[dns-operations] Does residential ISPs do rate limit on their local resolvers?

Paul Vixie paul at redbarn.org
Mon Oct 24 22:32:44 UTC 2016

Florian Weimer wrote:
> What happens to the recursor with typical RRL deployments on the server
> side?

"recursor" is a marketing term used by PowerDNS. i think you mean RDNS
server or full resolver, so i'll answer as if you'd said that.

what happens to an RDNS server or full resolver who asks a question at
the same time an attack is occurring, or whose questions are mistaken as
an attack, is that for positive answers they will get goodput often
enough to fill their cache such that they will stop asking, and that for
negative answers the work queue in the RDNS server will suffer, and the
work done by its stub clients will also suffer.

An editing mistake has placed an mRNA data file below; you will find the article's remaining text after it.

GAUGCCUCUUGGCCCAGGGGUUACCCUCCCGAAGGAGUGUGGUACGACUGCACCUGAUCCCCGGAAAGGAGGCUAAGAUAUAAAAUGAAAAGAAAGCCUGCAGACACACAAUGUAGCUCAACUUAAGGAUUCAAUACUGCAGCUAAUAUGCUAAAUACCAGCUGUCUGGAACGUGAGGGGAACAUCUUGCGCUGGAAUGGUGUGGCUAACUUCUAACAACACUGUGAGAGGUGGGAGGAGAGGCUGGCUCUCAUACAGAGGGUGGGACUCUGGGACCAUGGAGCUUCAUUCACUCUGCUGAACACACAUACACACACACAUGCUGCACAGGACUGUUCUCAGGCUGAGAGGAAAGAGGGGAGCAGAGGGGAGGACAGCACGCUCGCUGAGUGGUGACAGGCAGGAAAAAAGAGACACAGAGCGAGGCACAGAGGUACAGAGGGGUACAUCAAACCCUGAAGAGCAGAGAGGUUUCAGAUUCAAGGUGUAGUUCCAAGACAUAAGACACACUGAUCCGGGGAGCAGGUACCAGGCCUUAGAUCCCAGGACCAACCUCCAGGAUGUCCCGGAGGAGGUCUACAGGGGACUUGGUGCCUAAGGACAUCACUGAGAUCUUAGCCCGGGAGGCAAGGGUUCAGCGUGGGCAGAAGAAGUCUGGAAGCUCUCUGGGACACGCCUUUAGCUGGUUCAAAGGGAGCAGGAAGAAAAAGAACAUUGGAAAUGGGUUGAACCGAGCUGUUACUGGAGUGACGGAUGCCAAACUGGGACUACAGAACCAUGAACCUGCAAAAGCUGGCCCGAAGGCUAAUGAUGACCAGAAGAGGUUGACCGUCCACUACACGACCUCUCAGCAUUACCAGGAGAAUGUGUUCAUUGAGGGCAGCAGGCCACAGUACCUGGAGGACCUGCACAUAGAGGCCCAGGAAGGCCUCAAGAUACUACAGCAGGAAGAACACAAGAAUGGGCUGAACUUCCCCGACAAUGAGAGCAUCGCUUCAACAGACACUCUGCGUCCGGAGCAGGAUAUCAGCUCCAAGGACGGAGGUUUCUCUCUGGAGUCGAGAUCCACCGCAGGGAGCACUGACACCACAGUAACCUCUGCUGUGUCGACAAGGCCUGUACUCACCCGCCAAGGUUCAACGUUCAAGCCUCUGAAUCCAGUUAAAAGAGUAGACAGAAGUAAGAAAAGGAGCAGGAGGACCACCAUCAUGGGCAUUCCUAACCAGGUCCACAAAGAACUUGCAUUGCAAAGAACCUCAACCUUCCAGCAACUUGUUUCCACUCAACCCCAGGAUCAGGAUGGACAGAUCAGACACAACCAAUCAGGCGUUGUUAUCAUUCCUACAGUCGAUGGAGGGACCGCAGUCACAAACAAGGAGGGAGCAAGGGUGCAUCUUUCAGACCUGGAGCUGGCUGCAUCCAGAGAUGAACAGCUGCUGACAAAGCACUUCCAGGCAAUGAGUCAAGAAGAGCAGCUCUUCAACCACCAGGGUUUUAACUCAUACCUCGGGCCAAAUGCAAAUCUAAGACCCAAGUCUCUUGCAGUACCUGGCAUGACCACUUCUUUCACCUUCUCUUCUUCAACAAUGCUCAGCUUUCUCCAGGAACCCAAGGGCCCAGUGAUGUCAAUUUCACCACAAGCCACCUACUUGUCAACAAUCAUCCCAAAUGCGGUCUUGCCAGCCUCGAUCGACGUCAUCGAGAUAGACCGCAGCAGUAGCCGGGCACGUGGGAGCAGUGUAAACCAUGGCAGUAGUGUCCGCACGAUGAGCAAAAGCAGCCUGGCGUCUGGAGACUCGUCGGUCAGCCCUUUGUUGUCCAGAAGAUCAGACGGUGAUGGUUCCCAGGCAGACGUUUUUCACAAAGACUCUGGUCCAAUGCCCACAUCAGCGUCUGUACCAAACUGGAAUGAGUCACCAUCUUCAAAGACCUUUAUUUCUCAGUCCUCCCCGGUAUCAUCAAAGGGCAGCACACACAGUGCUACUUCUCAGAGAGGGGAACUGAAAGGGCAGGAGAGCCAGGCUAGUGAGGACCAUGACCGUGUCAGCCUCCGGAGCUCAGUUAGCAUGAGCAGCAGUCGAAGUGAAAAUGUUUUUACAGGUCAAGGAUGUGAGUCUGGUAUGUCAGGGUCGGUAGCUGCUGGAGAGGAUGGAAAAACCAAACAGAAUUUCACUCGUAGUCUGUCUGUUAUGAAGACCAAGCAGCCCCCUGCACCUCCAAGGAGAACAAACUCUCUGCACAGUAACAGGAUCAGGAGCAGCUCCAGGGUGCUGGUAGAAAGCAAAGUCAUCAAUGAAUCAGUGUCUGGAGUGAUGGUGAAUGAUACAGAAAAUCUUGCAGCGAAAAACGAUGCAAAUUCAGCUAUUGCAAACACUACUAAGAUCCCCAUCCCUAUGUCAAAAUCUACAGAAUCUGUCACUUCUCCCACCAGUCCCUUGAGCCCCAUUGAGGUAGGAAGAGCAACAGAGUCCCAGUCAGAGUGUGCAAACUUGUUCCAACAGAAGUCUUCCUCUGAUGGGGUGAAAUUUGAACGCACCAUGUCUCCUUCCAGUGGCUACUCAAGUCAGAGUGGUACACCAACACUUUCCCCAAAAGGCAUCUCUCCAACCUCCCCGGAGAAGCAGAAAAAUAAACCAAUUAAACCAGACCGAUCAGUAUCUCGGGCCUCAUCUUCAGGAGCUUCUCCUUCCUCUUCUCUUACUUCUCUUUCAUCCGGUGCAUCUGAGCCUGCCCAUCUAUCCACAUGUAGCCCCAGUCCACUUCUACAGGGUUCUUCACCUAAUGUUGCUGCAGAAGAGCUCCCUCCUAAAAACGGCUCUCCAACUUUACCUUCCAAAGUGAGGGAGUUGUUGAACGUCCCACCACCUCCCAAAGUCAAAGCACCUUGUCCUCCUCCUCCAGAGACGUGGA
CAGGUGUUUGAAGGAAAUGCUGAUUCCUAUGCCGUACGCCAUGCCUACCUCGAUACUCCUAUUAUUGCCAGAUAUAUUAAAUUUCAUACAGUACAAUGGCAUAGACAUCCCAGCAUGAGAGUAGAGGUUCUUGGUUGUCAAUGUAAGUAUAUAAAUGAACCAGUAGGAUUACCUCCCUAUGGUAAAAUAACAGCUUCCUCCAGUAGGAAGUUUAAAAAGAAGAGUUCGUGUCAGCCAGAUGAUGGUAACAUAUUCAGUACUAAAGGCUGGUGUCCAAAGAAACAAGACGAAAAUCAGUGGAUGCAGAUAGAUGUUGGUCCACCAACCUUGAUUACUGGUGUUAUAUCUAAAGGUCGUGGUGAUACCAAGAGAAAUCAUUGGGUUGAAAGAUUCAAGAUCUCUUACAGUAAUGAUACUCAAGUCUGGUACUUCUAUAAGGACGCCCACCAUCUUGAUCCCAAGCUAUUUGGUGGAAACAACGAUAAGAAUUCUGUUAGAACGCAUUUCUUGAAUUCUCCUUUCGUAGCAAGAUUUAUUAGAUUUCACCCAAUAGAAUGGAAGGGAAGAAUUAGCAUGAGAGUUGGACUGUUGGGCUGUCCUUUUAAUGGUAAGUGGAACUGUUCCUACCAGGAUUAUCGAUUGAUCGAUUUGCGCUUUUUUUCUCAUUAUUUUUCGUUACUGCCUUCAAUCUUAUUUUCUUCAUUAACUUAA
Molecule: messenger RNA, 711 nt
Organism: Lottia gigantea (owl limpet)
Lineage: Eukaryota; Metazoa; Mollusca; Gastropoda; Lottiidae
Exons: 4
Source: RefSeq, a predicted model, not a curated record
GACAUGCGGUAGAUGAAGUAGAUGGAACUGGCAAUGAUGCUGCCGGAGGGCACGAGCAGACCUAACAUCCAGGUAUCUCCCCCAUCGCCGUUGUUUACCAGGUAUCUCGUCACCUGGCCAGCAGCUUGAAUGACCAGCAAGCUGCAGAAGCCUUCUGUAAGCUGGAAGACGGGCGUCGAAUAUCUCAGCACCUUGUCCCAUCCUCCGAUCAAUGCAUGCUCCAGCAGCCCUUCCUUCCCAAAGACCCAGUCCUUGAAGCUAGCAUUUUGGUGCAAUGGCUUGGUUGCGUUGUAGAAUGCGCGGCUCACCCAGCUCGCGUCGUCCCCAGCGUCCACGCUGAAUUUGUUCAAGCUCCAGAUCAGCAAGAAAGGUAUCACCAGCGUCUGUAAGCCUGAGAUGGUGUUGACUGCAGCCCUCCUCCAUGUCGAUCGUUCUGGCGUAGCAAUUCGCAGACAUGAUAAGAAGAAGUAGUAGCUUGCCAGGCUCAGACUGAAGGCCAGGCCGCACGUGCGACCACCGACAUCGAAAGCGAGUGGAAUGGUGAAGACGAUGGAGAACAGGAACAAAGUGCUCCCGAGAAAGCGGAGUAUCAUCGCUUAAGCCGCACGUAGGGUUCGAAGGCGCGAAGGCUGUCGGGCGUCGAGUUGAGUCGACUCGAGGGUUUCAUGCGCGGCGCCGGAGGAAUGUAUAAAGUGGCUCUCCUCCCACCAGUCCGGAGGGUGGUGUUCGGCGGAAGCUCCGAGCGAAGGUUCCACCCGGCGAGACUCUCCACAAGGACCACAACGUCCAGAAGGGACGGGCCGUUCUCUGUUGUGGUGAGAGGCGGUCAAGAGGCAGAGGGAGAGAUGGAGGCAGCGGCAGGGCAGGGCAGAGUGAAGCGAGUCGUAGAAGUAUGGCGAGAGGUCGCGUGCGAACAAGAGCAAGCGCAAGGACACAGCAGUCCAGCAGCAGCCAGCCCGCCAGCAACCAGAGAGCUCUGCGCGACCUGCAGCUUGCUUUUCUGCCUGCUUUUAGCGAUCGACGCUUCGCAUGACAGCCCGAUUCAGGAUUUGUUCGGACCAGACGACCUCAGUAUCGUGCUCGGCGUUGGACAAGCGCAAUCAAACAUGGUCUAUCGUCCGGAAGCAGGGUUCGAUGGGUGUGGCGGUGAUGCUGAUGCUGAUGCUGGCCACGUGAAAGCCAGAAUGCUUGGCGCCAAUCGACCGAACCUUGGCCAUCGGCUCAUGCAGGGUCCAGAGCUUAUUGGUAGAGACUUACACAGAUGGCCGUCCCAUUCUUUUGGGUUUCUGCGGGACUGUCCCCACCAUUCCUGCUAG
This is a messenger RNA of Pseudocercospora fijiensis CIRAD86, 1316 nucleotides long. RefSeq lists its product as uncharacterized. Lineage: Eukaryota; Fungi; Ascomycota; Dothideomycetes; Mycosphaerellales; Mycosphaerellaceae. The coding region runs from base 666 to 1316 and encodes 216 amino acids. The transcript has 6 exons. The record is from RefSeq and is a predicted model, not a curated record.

since very few stub clients are part of applications whose working speed
is determined by the speedy availability of negative answers, this is
the least-bad tradeoff i know of.

> Is the goal to take out the recursor as completely as possible, so that
> its operator is forced to disconnect the client that is spewing garbage
> queries?

if by "recursor" you mean RDNS server: no. although the stubs will
suffer automatically with ISC BIND9's new recursive client rate limiting.

> I could imagine under a huge tough attack, the authoritative
> operator may want to "take out the recursor as completely as
> possible" if the recursor is "spewing garbage queries".

if by "recursor" you mean RDNS server, that's not what RRL does. an
operator would have to use other tools (ACL) to get that result.

> But the motivation behind that is they want to serve the other
> recursors that carries no attack queries. If they don't do this, they
> may end up with taking out all recursors almost completely and no
> users can be served at all...

those are not RRL questions, so i'll demure.

P Vixie

More information about the dns-operations mailing list